Asia Pacific

Indonesia court sentences ISIS-linked cleric Abdurrahman to death for inciting terrorist attacks

Aman Abdurrahman was sentenced to death for inciting his sympathizers to carry out a series of deadly attacks including the Jakarta bombing in 2016

JAKARTA, Indonesia – An Indonesian court handed down the death penalty to a cleric linked to Islamic State for mobilizing his sympathizers to carry out a series of deadly attacks including a January 2016 gun-and-bomb attack at a Jakarta Starbucks cafe.

“The defendant Aman Abdurrahman was proven legally and convincingly guilty of committing a crime of terrorism,” said the presiding judge, Ahmad Zaini, at the South Jakarta District Court on Friday, June 22.

“The court sentences the defendant to death,” he said.

Executions in Indonesia are carried out by firing squad.

Zaini said Abdurrahman was found guilty beyond reasonable doubt of inciting his sympathizers to carry out at least five terror acts during 2016-2017, including a bombing at the Oikumene Church in Samarinda that killed a toddler, as well as a suicide bombing on Thamrin Street in Indonesia’s capital  Jakarta that killed eight people including the four attackers.

Wearing a headband and sandals, Abdurrahman looked relaxed following the verdict reading. From time to time, he stroked his chin and scratched his legs.

Shortly after the five-judge panel handed down the sentence, Abdurrahman rose from his seat, then kneeled and kissed the floor to give “praise be to God.” When asked by the judge about the sentence against him, he was silent.

But Abdurrahman’s lawyer, Asludin Hatjani, said his team would consider their next move. The judge gave the lawyers seven days to consider lodging an appeal.

Hatjani said the judge imposed the sentence without considering the facts at the hearing. He said Abdurrahman’s reaction to the death sentence is neither to reject nor accept it, because he does not recognize the legal system in Indonesia.

“Because he does not recognize the existence of the judiciary and the state, he is disengaged, not accepting and not rejecting [the verdict]. He has no intention of appealing, but we as lawyers declare will think [about the next steps],” Hatjani said.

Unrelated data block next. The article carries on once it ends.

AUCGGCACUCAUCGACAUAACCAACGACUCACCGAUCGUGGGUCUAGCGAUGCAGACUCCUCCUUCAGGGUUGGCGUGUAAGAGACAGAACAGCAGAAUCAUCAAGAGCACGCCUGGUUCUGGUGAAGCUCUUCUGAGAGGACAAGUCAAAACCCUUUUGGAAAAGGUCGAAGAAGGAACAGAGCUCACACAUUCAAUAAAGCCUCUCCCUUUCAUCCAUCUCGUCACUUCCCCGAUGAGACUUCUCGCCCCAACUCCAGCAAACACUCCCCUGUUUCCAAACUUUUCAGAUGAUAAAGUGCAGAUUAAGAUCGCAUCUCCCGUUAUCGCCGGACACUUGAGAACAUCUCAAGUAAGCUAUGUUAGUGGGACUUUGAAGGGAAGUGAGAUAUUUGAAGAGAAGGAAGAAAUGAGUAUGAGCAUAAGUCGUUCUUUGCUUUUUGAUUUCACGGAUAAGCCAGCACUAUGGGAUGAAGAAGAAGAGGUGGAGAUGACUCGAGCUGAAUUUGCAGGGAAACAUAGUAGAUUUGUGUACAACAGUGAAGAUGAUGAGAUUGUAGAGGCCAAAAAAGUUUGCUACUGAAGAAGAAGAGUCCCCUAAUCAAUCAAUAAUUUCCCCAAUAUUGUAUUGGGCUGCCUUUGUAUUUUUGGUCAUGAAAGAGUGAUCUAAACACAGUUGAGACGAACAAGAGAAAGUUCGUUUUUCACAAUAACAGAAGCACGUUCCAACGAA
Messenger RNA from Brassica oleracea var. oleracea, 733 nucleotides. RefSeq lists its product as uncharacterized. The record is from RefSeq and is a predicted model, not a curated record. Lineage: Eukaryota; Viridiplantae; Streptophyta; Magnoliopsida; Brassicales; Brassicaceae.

He said Abdurrahman’s actions in front of the court after the verdict reading was “a prostration of gratitude,” which in the Islamic tradition should be done when a person gets great favor. “Before the trial he stated that ‘If I am sentenced to death, I will prostrate gratitude’ and that he did.”

Abdurrahman and jihad teachings

Abdurrahman’s involvement in terrorism began in 2004 when he began to teach people in Bogor, West Java, to make bombs. He was arrested, tried, and sentenced to seven years in prison, but freed in 2007.

In 2010, he was again arrested, this time on charges of financing terrorist training in Aceh, and was sentenced to nine years in prison. He was due to be released in 2017, but the police again arrested him for alleged involvement in a series of acts of terrorism.

He is thought to have been in communication with leaders of the jihadist group, and is the main translator for ISIS propaganda in Indonesia, AFP reported.

Abdurrahman was born in Sumedang, West Java in 1972. He graduated from the Islamic and Arabic Sciences Institute (LIPIA) and became  a teacher, working in a number of boarding schools in West Java before becoming an ideological leader for followers of Islamic State in Indonesia.

According to the indictment, Abdurrahman expressed loyalty to ISIS as soon as the organization was formed in Syria in 2014 under the leadership of Abu Bakr al-Baghdadi.

While in prison, he initiated the formation of Jamaah Anshar Daulah, which is an umbrella organization for ISIS supporters in Indonesia. He played a more ideological role, and his teachings were considered authoritative by his sympathizers. His teachings were disseminated through face-to-face meetings, books, websites and audio recordings.

JAD, also transliterated as Jemaah Ansharut Daulah, is an umbrella organization designated as a terrorist group by the U.S. Department of State. According to the January 2017 designation, it was formed in 2015 and comprises “almost two dozen Indonesian extremist groups that pledged allegiance to ISIL leader Abu Bakr al-Baghdadi.”